For more than 20 years, PFund has been true to its core mission of strengthening and celebrating the GLBT community by providing scholarships and grants, developing leaders, and inspiring giving.
The organization has its roots in four friends who decided to put their money and their mouth in the same place. They pooled $2,000, and invested in the community. Together, they made a difference—a tremendous one.
In April, PFund awarded some $56,225 in student scholarships, the largest amount in its history, at an event called the Moxie Awards. Considering that the organization and recipients have garnered a reputation for being courageous with a touch of swagger and verve, “moxie” seems to be more than appropriate. Suffice it to say, the initial investment of that first group of friends has made a spectacular return on their investment, and created an entire network of friends in the community.
“More than just money, PFund scholarships are a vote of confidence, encouragement, and appreciation,” Amy Johnson, PFund Board President, says.
But the real return on that investment comes back in human terms. Although most of the awards are to individuals and organizations in Minnesota, the effects are seen throughout the Upper Midwest.
According to PFund Executive Director Gregory Grinley, “PFund’s 2008 grantee partners and scholars are doing important work to support and advance equality in GLBT and allied communities throughout our region.”
One of only a very few foundations in the nation created specifically by and for GLBT communities, PFund provides grants to emerging nonprofit organizations and projects that otherwise might not get funded in large organizations.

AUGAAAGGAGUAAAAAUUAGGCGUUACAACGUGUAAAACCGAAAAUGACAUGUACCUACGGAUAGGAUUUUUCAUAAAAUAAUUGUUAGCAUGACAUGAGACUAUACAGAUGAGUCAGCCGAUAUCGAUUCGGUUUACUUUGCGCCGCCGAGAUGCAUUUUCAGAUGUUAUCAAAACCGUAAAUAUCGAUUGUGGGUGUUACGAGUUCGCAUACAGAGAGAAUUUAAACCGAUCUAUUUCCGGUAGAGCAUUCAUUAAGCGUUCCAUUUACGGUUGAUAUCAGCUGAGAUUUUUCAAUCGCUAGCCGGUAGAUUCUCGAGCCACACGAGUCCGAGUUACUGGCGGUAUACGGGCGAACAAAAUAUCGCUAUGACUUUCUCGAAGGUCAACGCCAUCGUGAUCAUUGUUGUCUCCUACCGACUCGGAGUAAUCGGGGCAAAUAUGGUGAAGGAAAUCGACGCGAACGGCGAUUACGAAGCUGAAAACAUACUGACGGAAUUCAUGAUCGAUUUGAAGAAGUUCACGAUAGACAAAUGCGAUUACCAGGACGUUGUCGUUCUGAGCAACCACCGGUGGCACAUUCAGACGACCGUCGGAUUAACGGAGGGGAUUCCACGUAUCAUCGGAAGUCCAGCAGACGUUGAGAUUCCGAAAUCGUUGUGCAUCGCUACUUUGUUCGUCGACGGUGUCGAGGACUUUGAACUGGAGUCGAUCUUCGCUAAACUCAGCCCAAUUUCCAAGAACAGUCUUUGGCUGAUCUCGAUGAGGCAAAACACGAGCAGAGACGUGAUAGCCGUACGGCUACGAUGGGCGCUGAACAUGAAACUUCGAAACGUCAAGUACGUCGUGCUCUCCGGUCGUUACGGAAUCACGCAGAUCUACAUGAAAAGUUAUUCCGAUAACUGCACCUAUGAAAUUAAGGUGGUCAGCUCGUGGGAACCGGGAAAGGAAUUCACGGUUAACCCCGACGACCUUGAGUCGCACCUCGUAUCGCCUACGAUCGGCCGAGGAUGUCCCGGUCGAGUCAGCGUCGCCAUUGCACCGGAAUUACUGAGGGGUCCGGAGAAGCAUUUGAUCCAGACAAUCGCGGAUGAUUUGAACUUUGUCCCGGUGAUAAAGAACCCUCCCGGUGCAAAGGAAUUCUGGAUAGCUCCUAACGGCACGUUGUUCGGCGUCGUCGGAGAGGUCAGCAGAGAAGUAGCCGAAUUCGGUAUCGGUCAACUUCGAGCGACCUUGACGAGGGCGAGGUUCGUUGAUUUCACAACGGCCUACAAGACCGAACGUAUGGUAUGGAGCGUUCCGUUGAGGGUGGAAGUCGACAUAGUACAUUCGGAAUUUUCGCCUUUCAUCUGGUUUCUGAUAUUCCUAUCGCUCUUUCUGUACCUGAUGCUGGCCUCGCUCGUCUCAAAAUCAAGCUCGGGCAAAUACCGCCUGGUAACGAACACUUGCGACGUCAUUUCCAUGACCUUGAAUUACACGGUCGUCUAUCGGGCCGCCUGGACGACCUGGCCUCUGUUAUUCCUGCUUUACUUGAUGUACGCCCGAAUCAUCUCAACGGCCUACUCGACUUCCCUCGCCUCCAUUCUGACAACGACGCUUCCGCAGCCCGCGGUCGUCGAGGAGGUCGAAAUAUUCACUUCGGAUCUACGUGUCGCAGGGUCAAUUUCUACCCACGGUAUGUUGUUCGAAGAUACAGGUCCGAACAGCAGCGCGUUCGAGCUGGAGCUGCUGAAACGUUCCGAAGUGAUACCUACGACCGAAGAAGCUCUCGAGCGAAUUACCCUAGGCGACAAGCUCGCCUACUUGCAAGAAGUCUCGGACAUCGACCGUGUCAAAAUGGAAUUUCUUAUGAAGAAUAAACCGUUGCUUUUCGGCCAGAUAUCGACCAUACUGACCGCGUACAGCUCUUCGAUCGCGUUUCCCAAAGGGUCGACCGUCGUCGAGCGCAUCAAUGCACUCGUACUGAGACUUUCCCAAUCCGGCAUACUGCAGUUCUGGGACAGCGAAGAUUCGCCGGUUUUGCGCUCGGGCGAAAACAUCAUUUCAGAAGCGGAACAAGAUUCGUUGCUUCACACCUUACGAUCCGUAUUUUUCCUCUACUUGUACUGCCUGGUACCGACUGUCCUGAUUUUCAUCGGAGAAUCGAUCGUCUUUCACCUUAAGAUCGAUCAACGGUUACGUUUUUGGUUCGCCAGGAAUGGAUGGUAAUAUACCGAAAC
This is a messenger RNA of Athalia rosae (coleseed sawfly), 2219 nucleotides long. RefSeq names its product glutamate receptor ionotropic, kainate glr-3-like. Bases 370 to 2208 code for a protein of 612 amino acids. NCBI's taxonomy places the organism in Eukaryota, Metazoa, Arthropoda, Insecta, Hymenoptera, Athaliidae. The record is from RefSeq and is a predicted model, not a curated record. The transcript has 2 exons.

Jason Howard, who began his involvement with PFund six years ago on the grant review board, found that making awards to a wide array of organizations throughout the area was instrumental in opening his eyes to the greater need and the incredible diversity in the community.
In Howard’s words, “I would have liked to think I was a pretty informed part of the gay community, but after being a part of that board and seeing the minority in that room, I realized that our community is far more diverse and bigger than I thought it was.”
It also opened Howard’s eyes to the number of worthy organizations and scholarship applicants needing help. That epiphany pushed Howard to step up his involvement into fund-raising.
In 2008 alone, PFund awarded $72,000 to 18 organizations in the Upper Midwest—a tremendous amount representing fully a 30 percent increase over 2007—which Grinley gratefully acknowledges is “a testament to the strong support of our foundation from donors.”
Certainly, development has matured for PFund over the past few years, as the organization held a fund-raiser in April that was a well-run celebration making the most of past collaboration with other organizations. PFund also established a program called “Lavender Legacy,” which promotes an easy, meaningful way for donors to designate PFund as a beneficiary for retirement plan assets.
The important work PFund does for the GLBT and allied communities has been receiving much deserved recognition. Last September, the Twin Cities Human Rights Campaign awarded its prestigious Brian Coyle Leadership Award to PFund. In May, Twin Cities Quorum recognized the PFund Foundation as its Non Profit of the Year during the annual Community Leadership Awards.
To see how you can contribute to PFund, go to www.pfundonline.org.